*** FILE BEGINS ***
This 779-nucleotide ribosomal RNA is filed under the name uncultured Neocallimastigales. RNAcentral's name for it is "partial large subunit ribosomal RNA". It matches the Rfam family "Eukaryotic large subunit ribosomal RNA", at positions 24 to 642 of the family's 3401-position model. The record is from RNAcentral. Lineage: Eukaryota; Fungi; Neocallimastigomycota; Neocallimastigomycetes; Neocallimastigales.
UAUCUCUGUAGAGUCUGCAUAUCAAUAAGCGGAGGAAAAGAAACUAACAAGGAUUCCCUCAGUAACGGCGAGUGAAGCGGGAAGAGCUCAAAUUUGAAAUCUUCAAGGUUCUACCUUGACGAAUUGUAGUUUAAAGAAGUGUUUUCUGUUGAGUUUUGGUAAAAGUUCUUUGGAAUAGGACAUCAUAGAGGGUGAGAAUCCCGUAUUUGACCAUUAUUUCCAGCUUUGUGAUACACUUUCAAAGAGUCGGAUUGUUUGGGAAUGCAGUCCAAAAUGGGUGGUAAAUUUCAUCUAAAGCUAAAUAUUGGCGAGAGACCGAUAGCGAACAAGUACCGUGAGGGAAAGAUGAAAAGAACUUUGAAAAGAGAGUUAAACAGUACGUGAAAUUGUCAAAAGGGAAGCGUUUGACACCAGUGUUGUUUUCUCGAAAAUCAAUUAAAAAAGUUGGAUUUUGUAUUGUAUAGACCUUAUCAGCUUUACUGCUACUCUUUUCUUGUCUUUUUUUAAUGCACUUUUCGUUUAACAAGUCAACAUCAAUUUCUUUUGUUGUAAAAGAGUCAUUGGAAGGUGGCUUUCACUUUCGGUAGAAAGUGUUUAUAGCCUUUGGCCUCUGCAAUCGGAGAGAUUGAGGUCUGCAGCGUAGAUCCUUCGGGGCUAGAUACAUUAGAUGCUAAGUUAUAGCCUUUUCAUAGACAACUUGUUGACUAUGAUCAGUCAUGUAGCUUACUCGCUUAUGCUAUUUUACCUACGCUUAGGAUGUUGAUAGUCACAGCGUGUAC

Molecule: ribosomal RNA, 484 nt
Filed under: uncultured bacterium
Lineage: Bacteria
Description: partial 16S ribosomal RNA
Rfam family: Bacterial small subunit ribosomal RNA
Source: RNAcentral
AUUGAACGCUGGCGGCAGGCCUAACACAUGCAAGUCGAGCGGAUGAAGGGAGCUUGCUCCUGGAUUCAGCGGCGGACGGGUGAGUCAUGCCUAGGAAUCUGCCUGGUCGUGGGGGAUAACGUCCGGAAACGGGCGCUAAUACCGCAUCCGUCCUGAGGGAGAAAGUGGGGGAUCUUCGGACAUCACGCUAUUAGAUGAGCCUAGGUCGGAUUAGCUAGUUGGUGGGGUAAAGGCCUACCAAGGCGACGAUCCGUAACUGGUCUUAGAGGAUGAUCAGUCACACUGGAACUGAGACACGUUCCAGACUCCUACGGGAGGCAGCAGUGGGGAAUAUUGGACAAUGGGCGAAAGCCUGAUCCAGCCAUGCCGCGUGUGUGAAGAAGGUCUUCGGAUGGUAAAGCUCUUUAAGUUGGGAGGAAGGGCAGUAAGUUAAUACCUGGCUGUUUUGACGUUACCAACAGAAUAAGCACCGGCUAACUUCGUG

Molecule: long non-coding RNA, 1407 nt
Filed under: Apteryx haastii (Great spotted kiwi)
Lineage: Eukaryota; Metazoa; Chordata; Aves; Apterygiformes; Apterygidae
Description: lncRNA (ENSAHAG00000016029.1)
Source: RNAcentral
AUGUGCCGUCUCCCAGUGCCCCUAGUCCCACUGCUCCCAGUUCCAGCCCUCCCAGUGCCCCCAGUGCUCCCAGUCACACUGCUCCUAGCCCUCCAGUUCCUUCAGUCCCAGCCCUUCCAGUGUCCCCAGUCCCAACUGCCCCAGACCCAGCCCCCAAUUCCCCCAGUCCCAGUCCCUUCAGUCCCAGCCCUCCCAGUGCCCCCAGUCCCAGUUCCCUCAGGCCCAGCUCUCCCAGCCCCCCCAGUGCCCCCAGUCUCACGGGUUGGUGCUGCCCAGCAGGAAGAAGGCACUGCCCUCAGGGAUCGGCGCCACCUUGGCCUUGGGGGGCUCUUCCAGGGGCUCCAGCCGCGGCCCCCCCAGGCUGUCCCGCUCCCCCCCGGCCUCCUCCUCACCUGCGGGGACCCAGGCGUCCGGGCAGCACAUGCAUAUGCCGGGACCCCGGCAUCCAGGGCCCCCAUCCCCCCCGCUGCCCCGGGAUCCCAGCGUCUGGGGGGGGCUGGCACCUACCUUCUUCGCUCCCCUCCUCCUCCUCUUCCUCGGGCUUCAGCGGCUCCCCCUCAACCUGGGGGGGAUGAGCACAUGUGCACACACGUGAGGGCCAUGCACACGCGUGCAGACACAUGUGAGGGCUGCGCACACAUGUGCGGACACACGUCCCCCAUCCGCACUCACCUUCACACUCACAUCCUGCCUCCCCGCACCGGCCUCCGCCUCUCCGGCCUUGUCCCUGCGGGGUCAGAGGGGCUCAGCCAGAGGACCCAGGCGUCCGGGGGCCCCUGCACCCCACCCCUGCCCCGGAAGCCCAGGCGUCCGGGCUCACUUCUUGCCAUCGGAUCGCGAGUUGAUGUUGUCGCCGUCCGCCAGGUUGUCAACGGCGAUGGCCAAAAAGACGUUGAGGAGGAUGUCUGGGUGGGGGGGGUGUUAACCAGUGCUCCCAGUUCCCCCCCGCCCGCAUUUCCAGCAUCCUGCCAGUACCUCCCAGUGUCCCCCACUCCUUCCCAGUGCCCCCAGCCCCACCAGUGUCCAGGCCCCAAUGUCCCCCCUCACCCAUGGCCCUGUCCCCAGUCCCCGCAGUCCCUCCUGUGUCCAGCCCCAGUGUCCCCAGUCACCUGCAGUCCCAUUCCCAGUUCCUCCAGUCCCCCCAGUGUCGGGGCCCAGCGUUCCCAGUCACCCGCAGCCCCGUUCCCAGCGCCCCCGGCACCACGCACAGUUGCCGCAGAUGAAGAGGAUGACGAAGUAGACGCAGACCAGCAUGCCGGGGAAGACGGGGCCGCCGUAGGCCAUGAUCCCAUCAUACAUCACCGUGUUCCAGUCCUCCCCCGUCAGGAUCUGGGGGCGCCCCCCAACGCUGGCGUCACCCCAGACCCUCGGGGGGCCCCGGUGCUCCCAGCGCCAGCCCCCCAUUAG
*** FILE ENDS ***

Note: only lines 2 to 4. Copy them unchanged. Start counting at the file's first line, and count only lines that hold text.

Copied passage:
UAUCUCUGUAGAGUCUGCAUAUCAAUAAGCGGAGGAAAAGAAACUAACAAGGAUUCCCUCAGUAACGGCGAGUGAAGCGGGAAGAGCUCAAAUUUGAAAUCUUCAAGGUUCUACCUUGACGAAUUGUAGUUUAAAGAAGUGUUUUCUGUUGAGUUUUGGUAAAAGUUCUUUGGAAUAGGACAUCAUAGAGGGUGAGAAUCCCGUAUUUGACCAUUAUUUCCAGCUUUGUGAUACACUUUCAAAGAGUCGGAUUGUUUGGGAAUGCAGUCCAAAAUGGGUGGUAAAUUUCAUCUAAAGCUAAAUAUUGGCGAGAGACCGAUAGCGAACAAGUACCGUGAGGGAAAGAUGAAAAGAACUUUGAAAAGAGAGUUAAACAGUACGUGAAAUUGUCAAAAGGGAAGCGUUUGACACCAGUGUUGUUUUCUCGAAAAUCAAUUAAAAAAGUUGGAUUUUGUAUUGUAUAGACCUUAUCAGCUUUACUGCUACUCUUUUCUUGUCUUUUUUUAAUGCACUUUUCGUUUAACAAGUCAACAUCAAUUUCUUUUGUUGUAAAAGAGUCAUUGGAAGGUGGCUUUCACUUUCGGUAGAAAGUGUUUAUAGCCUUUGGCCUCUGCAAUCGGAGAGAUUGAGGUCUGCAGCGUAGAUCCUUCGGGGCUAGAUACAUUAGAUGCUAAGUUAUAGCCUUUUCAUAGACAACUUGUUGACUAUGAUCAGUCAUGUAGCUUACUCGCUUAUGCUAUUUUACCUACGCUUAGGAUGUUGAUAGUCACAGCGUGUAC

Molecule: ribosomal RNA, 484 nt
Filed under: uncultured bacterium